In case you didn’t know, wandering NYC is one of my favorite hobbies, and I always have a camera around so I can snap pictures of interesting and surprising things as I go. What’s interesting is when you see some similar anomalies popping up at around the same time. We’re used to seeing it in fashion, accessories, and home design sorts of areas; but recently I noticed a little bit of a trend in the way we decorate our city. It’s really small, and maybe it’s been there all along, but for some reason I suddenly noticed this sort of “faux city” vibe as I like to call it.

It really rings true to the city and the people in it, in the personas we create for ourselves. In the way we are, the way we want to be seen, and the clash between the two

Some time ago I was walking along bopping along to my headphones when I saw this sight: I did a little double take and laughed when I noticed the fake brick and windows pressed up against the real brick building. It has this delightfully cartoon-y sort of look to it, all the lines perfectly straight and even, yet it’s perfection is not enough to escape the inevitable graffiti.

This one I saw right after the first, and I stood there for a minute scratching my head. I may’ve even pulled out my glasses to attempt a better look. Something just looks a little off. It looks like someone intentionally painted it to look old and run down – the opposite of the previous. It’s those two perfect windows that have me perplexed. I’m probably missing something obvious which someone will point out to me and I’ll feel very, very silly.

This one caught my eye while I scurried between interviews. I’m amused by the effort of attempting to cover up the scaffolding or whatever you want to call the black screen covering up the actual building, with a print of a similar sort of building….which is subsequently, err, kind of falling down.

This one would allow you to claim to have a great view of the city’s immaculate skyline even though you’re just looking at the side of a somewhat low building (in comparison to the supposed skyscraper scene). I do love the gardens implied on top of the skyscrapers, too. That would be lovely, wouldn’t it (granted, I’m sure there are some that do…)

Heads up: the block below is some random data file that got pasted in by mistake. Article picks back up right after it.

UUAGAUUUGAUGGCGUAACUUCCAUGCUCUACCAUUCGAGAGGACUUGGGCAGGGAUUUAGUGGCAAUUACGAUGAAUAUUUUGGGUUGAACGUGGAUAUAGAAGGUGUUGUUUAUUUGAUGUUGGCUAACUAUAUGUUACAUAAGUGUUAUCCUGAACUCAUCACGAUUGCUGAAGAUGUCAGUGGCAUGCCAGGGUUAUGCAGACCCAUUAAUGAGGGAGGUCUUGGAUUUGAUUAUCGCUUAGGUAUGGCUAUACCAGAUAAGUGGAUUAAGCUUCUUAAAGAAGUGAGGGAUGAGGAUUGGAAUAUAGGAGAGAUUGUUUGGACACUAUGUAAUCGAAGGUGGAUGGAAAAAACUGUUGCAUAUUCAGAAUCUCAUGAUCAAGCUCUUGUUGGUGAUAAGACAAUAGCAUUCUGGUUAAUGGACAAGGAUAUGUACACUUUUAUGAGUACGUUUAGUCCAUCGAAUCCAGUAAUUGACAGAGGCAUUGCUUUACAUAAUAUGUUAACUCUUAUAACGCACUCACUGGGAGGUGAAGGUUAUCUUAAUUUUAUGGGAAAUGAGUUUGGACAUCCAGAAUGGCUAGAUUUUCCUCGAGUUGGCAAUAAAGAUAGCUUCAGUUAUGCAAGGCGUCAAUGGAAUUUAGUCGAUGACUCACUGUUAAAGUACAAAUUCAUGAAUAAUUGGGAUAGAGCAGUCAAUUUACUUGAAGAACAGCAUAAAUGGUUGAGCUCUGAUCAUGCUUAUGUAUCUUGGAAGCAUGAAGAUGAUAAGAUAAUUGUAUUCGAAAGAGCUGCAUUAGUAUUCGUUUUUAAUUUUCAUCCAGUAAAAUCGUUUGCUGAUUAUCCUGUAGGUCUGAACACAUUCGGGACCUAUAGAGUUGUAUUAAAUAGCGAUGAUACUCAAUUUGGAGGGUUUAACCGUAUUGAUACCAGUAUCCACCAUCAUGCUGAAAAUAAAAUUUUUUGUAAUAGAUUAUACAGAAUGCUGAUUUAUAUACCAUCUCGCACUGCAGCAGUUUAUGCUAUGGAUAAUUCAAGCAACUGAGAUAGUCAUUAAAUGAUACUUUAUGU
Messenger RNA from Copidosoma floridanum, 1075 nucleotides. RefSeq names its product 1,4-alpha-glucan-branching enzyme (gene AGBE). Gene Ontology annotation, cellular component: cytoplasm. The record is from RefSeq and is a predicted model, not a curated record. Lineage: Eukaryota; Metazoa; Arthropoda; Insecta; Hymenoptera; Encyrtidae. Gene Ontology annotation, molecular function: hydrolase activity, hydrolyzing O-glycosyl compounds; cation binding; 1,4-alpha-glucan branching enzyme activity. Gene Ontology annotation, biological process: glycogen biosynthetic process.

Interesting, wouldn’t you say?

And this next one is similar but different.

I almost walked right past this one. Out of the corner of my eye it looked just like regular, run of the mill graffiti type situation. But, I looked a little closer and was delighted to see a depiction of a lovely farm-y country-side (Italy maybe?). On the side of a building, behind gates, next to trash cans.

The dreams of the places we wish we could be tucked to the side.

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good words & imaginary conversations.


I’m pretty big on writing things down. I’m not one of those people who hears or reads something nice and says, “Golly, that was interesting!” and then puts that book or magazine down and continue on my way. No sir. I have to write it down. It’s a quirk, what can I say. And so, the other day when I was perusing Clear Magazine (issue 31) and came across an interview with design legends Leila and Massimo Vignelli of Vignelli Associates I found some of the things they had to say so interesting that I had to yank out one of my little spare notebooks and jot them down. Since this is not an uncommon occurrence, I soon find myself looking over some other bon mots I had scribbled out and noticed some similarities. So, I’ve laid them out here for you; I imagine it sort of as though these designers and writers are sitting around having a sort of imaginary conversation (except for Leila and Massimo, who are actually speaking to one another). Maybe we, the reader, are a sort of fly on the wall, or the quiet shy guest content just to listen and we hear bits and pieces of the conversations going around the room: